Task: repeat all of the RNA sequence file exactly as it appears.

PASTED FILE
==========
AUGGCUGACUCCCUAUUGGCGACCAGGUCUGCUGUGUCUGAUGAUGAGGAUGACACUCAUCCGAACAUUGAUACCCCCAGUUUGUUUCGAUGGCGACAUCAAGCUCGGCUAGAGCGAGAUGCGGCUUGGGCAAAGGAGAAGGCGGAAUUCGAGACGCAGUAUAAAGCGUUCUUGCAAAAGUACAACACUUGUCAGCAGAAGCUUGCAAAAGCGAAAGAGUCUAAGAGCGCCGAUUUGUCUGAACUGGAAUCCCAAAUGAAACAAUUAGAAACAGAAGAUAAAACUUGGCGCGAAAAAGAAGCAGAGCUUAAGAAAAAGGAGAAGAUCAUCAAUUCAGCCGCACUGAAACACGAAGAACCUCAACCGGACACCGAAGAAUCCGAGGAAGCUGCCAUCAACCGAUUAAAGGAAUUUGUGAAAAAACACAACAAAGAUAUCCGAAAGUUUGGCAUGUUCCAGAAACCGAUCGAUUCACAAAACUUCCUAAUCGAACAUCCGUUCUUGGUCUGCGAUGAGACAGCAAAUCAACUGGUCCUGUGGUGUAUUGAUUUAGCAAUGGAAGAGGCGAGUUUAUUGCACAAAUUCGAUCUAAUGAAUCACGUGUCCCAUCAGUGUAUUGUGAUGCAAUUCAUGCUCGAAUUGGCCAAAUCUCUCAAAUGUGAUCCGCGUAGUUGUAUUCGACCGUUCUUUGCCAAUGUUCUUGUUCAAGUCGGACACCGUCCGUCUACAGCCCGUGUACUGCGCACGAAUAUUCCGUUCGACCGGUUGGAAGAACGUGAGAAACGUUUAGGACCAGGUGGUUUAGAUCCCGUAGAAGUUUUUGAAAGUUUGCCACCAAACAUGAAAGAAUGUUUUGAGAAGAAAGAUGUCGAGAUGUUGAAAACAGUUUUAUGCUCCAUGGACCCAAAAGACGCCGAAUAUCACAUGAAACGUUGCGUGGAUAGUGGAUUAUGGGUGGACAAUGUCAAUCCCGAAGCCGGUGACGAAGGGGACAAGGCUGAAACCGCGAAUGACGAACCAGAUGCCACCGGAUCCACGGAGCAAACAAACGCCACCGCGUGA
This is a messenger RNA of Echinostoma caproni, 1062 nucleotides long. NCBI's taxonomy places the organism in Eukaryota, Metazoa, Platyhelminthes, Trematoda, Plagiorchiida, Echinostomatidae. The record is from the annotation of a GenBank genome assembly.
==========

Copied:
AUGGCUGACUCCCUAUUGGCGACCAGGUCUGCUGUGUCUGAUGAUGAGGAUGACACUCAUCCGAACAUUGAUACCCCCAGUUUGUUUCGAUGGCGACAUCAAGCUCGGCUAGAGCGAGAUGCGGCUUGGGCAAAGGAGAAGGCGGAAUUCGAGACGCAGUAUAAAGCGUUCUUGCAAAAGUACAACACUUGUCAGCAGAAGCUUGCAAAAGCGAAAGAGUCUAAGAGCGCCGAUUUGUCUGAACUGGAAUCCCAAAUGAAACAAUUAGAAACAGAAGAUAAAACUUGGCGCGAAAAAGAAGCAGAGCUUAAGAAAAAGGAGAAGAUCAUCAAUUCAGCCGCACUGAAACACGAAGAACCUCAACCGGACACCGAAGAAUCCGAGGAAGCUGCCAUCAACCGAUUAAAGGAAUUUGUGAAAAAACACAACAAAGAUAUCCGAAAGUUUGGCAUGUUCCAGAAACCGAUCGAUUCACAAAACUUCCUAAUCGAACAUCCGUUCUUGGUCUGCGAUGAGACAGCAAAUCAACUGGUCCUGUGGUGUAUUGAUUUAGCAAUGGAAGAGGCGAGUUUAUUGCACAAAUUCGAUCUAAUGAAUCACGUGUCCCAUCAGUGUAUUGUGAUGCAAUUCAUGCUCGAAUUGGCCAAAUCUCUCAAAUGUGAUCCGCGUAGUUGUAUUCGACCGUUCUUUGCCAAUGUUCUUGUUCAAGUCGGACACCGUCCGUCUACAGCCCGUGUACUGCGCACGAAUAUUCCGUUCGACCGGUUGGAAGAACGUGAGAAACGUUUAGGACCAGGUGGUUUAGAUCCCGUAGAAGUUUUUGAAAGUUUGCCACCAAACAUGAAAGAAUGUUUUGAGAAGAAAGAUGUCGAGAUGUUGAAAACAGUUUUAUGCUCCAUGGACCCAAAAGACGCCGAAUAUCACAUGAAACGUUGCGUGGAUAGUGGAUUAUGGGUGGACAAUGUCAAUCCCGAAGCCGGUGACGAAGGGGACAAGGCUGAAACCGCGAAUGACGAACCAGAUGCCACCGGAUCCACGGAGCAAACAAACGCCACCGCGUGA
This is a messenger RNA of Echinostoma caproni, 1062 nucleotides long. NCBI's taxonomy places the organism in Eukaryota, Metazoa, Platyhelminthes, Trematoda, Plagiorchiida, Echinostomatidae. The record is from the annotation of a GenBank genome assembly.